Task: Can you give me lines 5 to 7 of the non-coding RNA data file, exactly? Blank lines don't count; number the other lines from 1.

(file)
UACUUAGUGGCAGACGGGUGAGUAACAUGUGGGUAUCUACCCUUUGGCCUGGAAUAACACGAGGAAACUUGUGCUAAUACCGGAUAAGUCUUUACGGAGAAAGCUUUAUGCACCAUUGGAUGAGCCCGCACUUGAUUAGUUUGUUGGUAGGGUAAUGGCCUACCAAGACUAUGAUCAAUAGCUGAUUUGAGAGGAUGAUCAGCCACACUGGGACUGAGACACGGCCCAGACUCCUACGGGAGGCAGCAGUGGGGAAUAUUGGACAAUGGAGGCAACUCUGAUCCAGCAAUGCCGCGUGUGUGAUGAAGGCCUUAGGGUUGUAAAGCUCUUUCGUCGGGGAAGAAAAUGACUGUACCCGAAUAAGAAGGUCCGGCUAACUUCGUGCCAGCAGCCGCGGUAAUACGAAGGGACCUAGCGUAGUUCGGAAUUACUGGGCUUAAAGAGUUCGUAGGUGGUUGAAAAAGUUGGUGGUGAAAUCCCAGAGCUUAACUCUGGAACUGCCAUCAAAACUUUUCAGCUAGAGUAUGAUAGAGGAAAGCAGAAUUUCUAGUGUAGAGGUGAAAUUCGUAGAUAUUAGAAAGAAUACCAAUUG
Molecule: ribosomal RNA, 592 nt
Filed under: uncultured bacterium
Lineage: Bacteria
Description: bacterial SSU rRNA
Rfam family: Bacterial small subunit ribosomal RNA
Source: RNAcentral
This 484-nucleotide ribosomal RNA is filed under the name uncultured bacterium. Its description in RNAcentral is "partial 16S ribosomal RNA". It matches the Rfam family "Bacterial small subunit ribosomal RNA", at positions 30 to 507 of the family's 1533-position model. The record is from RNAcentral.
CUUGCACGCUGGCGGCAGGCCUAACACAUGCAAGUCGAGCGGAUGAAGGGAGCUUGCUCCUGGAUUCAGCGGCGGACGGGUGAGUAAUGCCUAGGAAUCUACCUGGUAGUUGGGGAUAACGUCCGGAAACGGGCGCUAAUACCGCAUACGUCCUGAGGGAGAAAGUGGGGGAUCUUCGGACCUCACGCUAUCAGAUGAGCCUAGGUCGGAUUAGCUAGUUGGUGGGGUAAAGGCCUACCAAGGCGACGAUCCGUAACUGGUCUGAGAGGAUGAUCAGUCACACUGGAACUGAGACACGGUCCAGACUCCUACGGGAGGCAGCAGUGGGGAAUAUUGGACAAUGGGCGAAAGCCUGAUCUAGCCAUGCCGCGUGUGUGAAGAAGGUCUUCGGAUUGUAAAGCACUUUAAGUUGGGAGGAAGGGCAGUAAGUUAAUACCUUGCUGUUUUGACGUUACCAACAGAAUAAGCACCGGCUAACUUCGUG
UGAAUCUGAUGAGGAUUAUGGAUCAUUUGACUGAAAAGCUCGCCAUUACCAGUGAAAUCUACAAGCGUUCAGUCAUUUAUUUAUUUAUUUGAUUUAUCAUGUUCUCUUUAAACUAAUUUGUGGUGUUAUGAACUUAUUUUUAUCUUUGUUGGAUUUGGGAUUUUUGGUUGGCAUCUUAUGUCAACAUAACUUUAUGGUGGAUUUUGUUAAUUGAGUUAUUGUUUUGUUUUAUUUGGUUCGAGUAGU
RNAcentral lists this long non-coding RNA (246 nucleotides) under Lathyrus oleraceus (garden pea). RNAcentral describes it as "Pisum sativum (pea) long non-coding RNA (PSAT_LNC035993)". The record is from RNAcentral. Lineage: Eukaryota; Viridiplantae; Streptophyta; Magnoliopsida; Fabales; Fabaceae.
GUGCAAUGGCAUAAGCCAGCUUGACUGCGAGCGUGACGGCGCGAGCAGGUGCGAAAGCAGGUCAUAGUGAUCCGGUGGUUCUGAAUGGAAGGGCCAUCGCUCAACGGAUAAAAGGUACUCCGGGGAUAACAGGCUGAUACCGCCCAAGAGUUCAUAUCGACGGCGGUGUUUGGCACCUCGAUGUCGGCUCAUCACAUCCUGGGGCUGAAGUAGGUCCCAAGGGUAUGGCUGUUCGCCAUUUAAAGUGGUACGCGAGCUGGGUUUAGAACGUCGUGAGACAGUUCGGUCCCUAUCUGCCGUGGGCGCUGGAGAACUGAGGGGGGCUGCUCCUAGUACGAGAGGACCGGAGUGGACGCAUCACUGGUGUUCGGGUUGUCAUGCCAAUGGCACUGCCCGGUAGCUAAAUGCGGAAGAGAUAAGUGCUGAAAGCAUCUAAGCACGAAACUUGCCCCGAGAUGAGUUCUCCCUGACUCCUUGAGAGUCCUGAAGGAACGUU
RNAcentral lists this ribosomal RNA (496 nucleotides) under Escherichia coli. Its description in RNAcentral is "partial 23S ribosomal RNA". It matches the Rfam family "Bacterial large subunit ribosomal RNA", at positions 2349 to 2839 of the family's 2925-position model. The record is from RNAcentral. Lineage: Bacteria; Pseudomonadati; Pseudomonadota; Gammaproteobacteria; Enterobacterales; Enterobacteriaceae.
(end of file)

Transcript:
Description: bacterial SSU rRNA
Rfam family: Bacterial small subunit ribosomal RNA
Source: RNAcentral